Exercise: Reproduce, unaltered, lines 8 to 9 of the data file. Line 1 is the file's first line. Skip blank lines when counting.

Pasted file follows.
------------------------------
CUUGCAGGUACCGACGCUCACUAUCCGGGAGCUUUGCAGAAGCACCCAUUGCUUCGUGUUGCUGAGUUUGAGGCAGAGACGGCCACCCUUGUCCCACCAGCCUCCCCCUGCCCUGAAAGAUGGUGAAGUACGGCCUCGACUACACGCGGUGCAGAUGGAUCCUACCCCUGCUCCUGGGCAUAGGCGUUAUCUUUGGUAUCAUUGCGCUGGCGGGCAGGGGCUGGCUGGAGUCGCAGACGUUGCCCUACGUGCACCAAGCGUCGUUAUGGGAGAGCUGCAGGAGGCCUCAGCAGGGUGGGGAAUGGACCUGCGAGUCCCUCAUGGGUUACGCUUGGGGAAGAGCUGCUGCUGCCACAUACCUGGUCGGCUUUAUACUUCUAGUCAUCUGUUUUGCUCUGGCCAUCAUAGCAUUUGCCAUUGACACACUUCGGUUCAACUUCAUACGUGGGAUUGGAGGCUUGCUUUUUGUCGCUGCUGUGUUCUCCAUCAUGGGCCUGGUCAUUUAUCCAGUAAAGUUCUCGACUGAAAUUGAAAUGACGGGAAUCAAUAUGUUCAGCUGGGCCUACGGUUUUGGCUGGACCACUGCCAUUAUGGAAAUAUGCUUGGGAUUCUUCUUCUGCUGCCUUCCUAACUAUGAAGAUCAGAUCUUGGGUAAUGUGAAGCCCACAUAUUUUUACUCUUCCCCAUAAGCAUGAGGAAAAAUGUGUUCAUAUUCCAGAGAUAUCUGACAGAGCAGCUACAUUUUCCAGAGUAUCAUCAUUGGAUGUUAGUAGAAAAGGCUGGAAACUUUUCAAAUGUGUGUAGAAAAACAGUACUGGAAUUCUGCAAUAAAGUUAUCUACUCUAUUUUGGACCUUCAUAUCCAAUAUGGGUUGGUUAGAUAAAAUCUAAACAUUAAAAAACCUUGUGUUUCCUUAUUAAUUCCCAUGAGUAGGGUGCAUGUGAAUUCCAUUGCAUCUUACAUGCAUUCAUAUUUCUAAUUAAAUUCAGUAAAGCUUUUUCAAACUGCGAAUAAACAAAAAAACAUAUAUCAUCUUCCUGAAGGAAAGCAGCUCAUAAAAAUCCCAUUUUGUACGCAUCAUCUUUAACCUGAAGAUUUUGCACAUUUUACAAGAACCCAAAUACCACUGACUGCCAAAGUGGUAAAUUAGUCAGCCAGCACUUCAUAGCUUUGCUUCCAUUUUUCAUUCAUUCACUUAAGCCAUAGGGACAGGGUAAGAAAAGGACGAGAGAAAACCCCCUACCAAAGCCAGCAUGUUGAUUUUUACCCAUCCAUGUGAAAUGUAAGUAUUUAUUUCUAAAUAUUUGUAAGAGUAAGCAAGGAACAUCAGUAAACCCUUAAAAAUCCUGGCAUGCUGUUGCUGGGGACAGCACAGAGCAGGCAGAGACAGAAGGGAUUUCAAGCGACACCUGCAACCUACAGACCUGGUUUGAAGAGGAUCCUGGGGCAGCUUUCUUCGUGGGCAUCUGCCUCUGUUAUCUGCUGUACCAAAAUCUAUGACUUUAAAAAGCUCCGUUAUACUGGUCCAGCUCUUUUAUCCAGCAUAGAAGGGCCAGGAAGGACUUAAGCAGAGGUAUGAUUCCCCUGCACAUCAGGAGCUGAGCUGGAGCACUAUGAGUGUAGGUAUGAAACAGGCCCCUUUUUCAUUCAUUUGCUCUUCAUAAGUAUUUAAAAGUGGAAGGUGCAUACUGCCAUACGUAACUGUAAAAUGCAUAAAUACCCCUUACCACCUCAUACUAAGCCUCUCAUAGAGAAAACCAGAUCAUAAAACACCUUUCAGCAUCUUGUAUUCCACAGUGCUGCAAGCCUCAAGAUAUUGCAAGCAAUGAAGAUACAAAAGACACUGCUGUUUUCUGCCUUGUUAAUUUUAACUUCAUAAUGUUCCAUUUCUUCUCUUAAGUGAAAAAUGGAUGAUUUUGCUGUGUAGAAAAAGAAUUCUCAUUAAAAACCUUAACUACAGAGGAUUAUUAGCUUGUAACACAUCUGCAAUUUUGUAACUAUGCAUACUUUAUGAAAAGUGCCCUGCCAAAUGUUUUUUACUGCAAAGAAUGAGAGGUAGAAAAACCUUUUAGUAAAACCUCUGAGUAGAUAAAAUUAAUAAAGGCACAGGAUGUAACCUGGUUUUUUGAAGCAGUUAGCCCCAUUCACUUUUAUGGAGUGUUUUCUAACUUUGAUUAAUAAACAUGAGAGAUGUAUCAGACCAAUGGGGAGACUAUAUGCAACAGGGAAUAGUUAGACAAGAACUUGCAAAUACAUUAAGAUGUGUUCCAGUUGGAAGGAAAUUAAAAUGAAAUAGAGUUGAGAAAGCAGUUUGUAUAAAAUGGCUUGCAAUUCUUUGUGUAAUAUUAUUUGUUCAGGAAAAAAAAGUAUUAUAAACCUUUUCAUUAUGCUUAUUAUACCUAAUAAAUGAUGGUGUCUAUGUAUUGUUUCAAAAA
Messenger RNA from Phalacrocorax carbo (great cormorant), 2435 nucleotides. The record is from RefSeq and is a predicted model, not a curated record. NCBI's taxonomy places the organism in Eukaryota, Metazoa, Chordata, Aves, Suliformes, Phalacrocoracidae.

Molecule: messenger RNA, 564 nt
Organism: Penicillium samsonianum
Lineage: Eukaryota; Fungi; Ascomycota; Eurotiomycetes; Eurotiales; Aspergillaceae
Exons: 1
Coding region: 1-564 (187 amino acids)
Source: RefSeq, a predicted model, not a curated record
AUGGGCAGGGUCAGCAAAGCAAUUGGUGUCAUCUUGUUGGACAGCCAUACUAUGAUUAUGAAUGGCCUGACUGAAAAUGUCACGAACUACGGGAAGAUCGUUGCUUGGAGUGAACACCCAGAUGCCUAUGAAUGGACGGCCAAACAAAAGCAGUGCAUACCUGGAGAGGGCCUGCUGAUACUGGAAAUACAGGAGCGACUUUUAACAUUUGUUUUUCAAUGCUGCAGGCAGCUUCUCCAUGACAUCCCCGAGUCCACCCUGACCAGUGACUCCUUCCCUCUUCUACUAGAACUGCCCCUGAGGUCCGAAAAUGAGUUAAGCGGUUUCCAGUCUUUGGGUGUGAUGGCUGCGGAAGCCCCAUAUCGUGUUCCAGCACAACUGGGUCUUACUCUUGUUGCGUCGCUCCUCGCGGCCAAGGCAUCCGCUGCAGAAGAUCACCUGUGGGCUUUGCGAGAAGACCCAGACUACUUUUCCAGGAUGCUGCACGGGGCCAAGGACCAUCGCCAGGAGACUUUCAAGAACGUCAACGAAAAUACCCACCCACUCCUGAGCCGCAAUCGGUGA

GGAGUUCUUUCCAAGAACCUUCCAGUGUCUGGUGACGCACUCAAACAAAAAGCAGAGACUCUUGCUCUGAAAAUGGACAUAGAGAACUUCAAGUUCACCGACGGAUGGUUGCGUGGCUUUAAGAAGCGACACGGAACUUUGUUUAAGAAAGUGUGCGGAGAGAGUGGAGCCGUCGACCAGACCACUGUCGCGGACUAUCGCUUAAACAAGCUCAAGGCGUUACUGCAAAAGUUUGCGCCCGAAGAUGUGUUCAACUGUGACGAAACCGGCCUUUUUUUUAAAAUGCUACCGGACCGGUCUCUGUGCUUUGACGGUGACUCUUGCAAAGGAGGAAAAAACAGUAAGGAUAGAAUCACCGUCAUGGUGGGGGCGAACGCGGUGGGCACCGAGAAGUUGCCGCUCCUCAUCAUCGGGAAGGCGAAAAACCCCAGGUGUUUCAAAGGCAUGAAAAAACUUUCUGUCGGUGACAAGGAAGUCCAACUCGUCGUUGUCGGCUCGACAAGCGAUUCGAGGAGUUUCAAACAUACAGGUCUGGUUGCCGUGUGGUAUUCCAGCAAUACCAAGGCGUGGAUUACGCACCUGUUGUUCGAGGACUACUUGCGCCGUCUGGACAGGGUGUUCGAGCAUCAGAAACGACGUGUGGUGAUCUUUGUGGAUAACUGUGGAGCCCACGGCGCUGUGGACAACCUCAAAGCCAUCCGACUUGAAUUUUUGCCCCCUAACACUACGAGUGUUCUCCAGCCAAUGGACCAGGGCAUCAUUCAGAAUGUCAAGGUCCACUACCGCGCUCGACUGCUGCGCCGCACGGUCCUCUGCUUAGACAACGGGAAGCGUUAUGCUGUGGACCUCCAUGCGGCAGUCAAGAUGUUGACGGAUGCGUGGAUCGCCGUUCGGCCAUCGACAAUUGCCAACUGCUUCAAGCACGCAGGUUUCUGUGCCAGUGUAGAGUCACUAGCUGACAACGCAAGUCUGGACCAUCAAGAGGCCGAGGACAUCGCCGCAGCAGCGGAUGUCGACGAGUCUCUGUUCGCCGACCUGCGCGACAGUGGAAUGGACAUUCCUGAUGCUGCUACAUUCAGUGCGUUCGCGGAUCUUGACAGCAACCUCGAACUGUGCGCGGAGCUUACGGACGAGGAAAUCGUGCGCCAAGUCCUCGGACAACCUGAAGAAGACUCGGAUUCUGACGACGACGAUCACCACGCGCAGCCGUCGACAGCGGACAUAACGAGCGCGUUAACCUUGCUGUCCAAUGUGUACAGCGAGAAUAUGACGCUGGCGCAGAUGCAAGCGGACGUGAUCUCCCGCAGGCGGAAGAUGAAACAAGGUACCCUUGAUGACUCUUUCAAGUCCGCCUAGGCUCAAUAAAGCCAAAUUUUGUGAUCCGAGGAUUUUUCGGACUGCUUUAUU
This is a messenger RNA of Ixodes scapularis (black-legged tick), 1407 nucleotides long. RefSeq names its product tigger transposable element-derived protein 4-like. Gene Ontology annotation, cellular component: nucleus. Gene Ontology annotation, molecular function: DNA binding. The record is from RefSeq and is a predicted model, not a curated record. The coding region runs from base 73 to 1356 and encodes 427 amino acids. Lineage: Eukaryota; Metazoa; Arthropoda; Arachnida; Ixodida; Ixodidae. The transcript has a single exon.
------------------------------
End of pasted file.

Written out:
Source: RefSeq, a predicted model, not a curated record
AUGGGCAGGGUCAGCAAAGCAAUUGGUGUCAUCUUGUUGGACAGCCAUACUAUGAUUAUGAAUGGCCUGACUGAAAAUGUCACGAACUACGGGAAGAUCGUUGCUUGGAGUGAACACCCAGAUGCCUAUGAAUGGACGGCCAAACAAAAGCAGUGCAUACCUGGAGAGGGCCUGCUGAUACUGGAAAUACAGGAGCGACUUUUAACAUUUGUUUUUCAAUGCUGCAGGCAGCUUCUCCAUGACAUCCCCGAGUCCACCCUGACCAGUGACUCCUUCCCUCUUCUACUAGAACUGCCCCUGAGGUCCGAAAAUGAGUUAAGCGGUUUCCAGUCUUUGGGUGUGAUGGCUGCGGAAGCCCCAUAUCGUGUUCCAGCACAACUGGGUCUUACUCUUGUUGCGUCGCUCCUCGCGGCCAAGGCAUCCGCUGCAGAAGAUCACCUGUGGGCUUUGCGAGAAGACCCAGACUACUUUUCCAGGAUGCUGCACGGGGCCAAGGACCAUCGCCAGGAGACUUUCAAGAACGUCAACGAAAAUACCCACCCACUCCUGAGCCGCAAUCGGUGA